Some time ago, we visited our good friend Neil, who is married for the second time and lives far away from his son from the first marriage Nathan. Neil had last seen Nathan 11 years before. He had some Photos of Nathan in an album created by his younger son Ben. When Neil had said goodbye his son and moved to another country, Nathan was just 9 years old.
divorce Tag | Page 5 of 6
In “Save your marriage (part 6) – How to get things wrong”, I explained how negative self-talk becomes an obstacle in a marriage.
Although the story about the Jack was about a man, self-talk is typical for men and women alike. In this post, I give you two examples of such imaginary scenarios that can lead to relationship breakdown. I hope that you will be able to recognize yourself in them, learn to “catch yourself in the act”, and switch to positive self-talk and open communication with your partner.
Going Out for a Romantic Dinner
Allan called home from work and invited Sally to a restaurant for dinner. They had discussed this some time before and had both agreed they needed some time out, to refresh and renew the romance between them. Allan invited the babysitter, booked the restaurant and there was nothing Sally had to do but dress for the occasion.
Read Marriage and Self Talk »
One typical topic appearing in each couples’ counseling or coaching session is the lack of communication between them. It is not that they do not talk. They do, but they talk to themselves in a never-ending self-talk that happens to be negative.
One theory about the reason for marriage breakdown is that one or two of the married couple seem to be trapped in a conversation, in which they talk and they answer on behalf of their partner. In this conversation, their partner is critical and demanding, which makes them treat them with anger later on. When I ask them about their communication, they are very surprised to discover they never actually had these conversations with the other person.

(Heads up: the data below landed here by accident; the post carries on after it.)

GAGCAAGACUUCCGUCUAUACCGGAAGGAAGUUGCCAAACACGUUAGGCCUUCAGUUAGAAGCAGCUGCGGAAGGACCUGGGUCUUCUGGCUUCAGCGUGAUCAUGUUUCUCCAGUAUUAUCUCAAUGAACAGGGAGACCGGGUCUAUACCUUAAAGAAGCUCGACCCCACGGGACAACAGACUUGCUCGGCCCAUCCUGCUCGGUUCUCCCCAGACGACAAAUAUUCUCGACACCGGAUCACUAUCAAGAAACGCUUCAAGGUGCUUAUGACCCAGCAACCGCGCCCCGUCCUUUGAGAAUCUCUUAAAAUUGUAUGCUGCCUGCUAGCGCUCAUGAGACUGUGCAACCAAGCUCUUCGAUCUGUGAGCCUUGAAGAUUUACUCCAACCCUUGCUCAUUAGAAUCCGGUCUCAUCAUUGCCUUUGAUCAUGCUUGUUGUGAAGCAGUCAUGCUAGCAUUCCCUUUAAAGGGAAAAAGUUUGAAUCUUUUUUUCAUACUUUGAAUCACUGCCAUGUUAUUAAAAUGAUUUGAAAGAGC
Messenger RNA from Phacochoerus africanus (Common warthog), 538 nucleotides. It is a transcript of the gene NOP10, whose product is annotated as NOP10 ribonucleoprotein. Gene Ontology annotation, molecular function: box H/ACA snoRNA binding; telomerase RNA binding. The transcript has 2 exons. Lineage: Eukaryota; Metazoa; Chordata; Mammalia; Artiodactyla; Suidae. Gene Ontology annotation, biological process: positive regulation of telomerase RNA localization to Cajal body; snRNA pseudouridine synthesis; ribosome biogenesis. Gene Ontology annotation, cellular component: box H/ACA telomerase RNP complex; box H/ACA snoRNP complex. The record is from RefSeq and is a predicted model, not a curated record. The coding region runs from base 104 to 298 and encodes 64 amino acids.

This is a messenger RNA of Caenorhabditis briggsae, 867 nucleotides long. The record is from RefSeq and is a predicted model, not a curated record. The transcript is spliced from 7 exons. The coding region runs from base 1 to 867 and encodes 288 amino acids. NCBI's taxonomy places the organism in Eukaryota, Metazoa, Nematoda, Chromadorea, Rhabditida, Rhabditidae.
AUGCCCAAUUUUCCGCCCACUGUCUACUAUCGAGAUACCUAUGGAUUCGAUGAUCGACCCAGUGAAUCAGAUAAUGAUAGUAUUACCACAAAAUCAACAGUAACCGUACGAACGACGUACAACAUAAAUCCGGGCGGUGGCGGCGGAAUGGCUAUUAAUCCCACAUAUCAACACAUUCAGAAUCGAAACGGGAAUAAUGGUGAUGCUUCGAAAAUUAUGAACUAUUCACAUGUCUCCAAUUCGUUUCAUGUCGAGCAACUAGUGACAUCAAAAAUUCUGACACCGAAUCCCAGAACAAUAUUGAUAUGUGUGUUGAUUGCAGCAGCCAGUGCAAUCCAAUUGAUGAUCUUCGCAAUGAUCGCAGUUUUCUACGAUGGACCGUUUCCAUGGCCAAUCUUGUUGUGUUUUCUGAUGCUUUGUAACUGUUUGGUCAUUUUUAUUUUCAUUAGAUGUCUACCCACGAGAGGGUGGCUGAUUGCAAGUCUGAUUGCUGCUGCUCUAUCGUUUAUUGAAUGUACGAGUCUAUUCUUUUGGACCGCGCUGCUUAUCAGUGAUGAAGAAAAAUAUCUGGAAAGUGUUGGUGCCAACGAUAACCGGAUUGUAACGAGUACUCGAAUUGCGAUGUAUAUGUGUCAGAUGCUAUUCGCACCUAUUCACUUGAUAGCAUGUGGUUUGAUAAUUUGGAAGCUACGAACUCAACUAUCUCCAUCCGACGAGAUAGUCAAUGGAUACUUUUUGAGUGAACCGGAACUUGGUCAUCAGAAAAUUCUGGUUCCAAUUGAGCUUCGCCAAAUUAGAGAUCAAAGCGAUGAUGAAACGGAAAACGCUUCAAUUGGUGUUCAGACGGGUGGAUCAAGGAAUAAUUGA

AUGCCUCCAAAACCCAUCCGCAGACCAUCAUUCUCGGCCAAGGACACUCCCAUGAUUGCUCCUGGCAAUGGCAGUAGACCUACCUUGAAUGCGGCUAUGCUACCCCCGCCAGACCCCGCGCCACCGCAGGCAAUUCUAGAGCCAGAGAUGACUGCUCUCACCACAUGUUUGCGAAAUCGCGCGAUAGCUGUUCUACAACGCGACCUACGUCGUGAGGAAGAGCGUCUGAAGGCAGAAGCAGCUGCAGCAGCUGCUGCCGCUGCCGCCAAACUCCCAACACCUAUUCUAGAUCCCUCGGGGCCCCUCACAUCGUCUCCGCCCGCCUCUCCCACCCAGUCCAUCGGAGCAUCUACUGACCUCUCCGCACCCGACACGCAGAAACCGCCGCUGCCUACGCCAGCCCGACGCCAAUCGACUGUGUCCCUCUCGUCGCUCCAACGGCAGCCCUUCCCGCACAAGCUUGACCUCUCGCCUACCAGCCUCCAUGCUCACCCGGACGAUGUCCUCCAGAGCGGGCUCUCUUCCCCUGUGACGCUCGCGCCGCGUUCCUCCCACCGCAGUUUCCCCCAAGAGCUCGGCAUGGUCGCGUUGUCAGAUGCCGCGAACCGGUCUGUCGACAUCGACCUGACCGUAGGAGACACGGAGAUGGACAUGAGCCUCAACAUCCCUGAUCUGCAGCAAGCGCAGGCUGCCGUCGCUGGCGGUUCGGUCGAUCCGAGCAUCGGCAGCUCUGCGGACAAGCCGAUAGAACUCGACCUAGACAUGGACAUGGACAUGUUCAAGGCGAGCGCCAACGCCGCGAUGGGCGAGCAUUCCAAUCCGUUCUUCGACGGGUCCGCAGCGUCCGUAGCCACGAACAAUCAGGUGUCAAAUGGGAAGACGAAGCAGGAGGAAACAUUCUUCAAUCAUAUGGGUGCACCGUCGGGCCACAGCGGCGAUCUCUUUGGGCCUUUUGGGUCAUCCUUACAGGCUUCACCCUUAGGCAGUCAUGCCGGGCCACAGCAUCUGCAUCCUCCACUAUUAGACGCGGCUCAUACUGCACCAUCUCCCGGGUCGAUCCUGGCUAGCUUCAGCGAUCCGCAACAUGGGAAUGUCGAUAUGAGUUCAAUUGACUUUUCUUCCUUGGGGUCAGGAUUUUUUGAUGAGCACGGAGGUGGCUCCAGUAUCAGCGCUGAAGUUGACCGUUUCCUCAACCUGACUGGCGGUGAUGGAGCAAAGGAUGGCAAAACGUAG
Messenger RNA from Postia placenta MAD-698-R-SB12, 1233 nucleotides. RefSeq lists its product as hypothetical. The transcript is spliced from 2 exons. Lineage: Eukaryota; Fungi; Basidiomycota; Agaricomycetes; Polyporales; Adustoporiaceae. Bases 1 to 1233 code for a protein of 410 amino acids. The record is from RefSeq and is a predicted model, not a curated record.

Self-talk is a natural emotional outlet for people. Self-talk is the internal conversation a person has with himself or herself. It is the way to verbalize a person’s thoughts. Self-talk is a good way to handle stressful situations. When they are too overwhelming, people talk to themselves to find ways to handle the situation. They tell themselves the problem is not that big, they tell themselves they have solutions, they tell themselves things that will encourage them to “survive” the situation. Self-talk can be very helpful.
The problem in every relationship appears when the thoughts are negative and later on, the attitude towards the partner can be hostile and negative. People fearing a reaction may tell themselves things on behalf of their partner and react to them as if they have already happened.
Negative self-talk gives freedom to many feelings that do not support marriage like fear, jealousy, anger, frustration and even hate. Such feelings are fertile soil for divorce. It is impossible to find a divorcing couple having feelings of joy, happiness, love or satisfaction. In many cases after divorce, it takes years for people to awaken such feelings.
Getting married is entering into a contract – but it is probably the one contract that is the easiest to break. This is because divorce has made it easy for husbands and wives to walk out when they go through unhappy periods in their lives.
John Crouch, Executive Director of Americans for Divorce Reform, says that the most important economic contract of our lives – marriage – is no longer legally protected.